A Labour Government promises a fully integrated system of road and rail transport. It is 
surely in the interests of all railway employees to work doubly hard in the coming months to 
ensure the total defeat of the Tories at the polls in the next Election. We must see to it that the past bungling in transport is swept aside and replaced by Labour’s planned system. Until that time, we cannot hope for a speedy end to our many difficulties.

With Railway rates of pay always at the bottom of the industrial scale it is not surprising that 
suggestions for increasing wages of Footplate staff have taken pride of place - numerically at least - among the agenda items at the Annual Conferences. This year, however, the popular demand for a shorter working week has elbowed its way to top place. No. 1 in the “Hit Parade” if you like - and with good reason.

This is not to say everyone is happy on the wages question, though it would be true to say that my visits to Electrical Branches in the past three months reveal considerable faith in the 
ultimate conclusions of the current Pay Review.

Motormen generally, are well aware that the real “take-home” pay of Footplatemen varies 
considerably from Region to Region, and even from Depot to Depot. It is appreciated that 
men whose “extras” are practically non-existent are becoming impatient with the seeming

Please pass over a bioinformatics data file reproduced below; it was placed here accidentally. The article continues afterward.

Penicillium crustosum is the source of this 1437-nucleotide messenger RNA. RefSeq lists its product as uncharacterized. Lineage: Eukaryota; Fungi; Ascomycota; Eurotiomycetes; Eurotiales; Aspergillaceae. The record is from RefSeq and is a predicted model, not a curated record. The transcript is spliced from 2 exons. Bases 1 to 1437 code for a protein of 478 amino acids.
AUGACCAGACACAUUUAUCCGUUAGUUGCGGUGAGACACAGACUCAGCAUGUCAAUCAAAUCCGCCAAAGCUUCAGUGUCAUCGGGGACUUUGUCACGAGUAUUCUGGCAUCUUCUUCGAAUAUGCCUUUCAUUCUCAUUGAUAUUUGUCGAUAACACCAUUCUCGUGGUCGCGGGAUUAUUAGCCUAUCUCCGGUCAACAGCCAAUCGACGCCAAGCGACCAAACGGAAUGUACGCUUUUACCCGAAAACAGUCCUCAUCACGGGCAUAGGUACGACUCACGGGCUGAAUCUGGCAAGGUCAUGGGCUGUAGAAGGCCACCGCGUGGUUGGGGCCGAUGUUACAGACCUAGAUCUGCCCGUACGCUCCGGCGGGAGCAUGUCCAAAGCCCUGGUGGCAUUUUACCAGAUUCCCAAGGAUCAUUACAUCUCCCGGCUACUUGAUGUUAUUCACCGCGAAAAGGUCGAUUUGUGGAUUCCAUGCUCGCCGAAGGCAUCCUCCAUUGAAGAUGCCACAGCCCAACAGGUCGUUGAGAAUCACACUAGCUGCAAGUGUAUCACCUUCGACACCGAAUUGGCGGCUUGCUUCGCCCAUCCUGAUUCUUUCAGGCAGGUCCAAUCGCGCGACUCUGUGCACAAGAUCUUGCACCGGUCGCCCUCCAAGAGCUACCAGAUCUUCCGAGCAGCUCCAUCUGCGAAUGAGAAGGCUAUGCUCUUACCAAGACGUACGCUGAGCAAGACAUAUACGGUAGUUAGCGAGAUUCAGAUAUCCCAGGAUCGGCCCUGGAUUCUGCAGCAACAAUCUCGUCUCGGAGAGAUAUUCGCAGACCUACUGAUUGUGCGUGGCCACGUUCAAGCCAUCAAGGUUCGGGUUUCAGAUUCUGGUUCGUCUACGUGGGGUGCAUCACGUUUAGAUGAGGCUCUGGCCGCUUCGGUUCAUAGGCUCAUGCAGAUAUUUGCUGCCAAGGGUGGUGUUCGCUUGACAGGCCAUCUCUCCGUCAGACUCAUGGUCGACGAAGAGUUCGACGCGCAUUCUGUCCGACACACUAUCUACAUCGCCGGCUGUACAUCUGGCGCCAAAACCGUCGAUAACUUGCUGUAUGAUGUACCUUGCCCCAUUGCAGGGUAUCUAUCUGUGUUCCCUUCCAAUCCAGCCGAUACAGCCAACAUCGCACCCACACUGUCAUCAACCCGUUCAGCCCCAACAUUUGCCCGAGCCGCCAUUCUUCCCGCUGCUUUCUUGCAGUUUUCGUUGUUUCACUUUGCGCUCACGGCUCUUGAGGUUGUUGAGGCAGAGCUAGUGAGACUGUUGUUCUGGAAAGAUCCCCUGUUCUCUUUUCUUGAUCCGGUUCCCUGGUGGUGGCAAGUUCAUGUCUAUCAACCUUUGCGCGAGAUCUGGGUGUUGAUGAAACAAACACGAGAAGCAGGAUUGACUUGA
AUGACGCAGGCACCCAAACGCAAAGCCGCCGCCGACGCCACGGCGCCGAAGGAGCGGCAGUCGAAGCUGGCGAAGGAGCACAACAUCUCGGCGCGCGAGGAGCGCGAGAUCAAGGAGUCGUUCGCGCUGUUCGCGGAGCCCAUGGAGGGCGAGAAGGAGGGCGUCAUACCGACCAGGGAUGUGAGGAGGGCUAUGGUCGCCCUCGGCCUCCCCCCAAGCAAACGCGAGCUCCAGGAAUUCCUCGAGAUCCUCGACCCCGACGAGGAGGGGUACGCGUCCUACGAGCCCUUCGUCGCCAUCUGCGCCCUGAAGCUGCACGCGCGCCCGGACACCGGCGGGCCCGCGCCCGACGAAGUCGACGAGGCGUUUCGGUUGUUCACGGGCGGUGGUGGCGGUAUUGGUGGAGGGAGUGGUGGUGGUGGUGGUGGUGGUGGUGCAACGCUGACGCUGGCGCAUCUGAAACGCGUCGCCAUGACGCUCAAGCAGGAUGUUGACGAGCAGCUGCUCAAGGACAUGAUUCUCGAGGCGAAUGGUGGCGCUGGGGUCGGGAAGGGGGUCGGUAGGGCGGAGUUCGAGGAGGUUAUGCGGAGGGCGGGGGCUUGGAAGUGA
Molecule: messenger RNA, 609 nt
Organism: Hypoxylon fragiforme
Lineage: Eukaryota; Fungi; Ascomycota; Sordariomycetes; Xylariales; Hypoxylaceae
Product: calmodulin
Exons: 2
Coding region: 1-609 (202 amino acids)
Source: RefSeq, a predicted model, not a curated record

delay in the conduct of the Pay Review.

In circulars to the Branches, in reports to District Council and elsewhere, Society policy on 
wages has been made abundantly clear. Up-to-the-minute news on activities of the various 
Railway Committees is Number 1 priority for Executive Committee Members in their reports to Branches. It should be obvious to all who bother with the FACTS that no time is being lost in arriving at a final settlement.

In any case, the 1959 A.A.D. will have the final word on both these important matters and the outcome will be closely watched by our people everywhere.

Other items of great interest concern: Suggested amendments to the Promotion and 
Redundancy Arrangements; the question of manning the new forms of traction; qualifications of the second man where provided; payment of lodging allowances; route knowledge; Work Study; travelling facilities; uniform clothing; the working of rest days; pensions; the financial position of the Railway industry; and last, but no means least. the withdrawal of services on railways.

This adds up to pretty formidable agenda. It’s a safe bet that in the weeks that follow the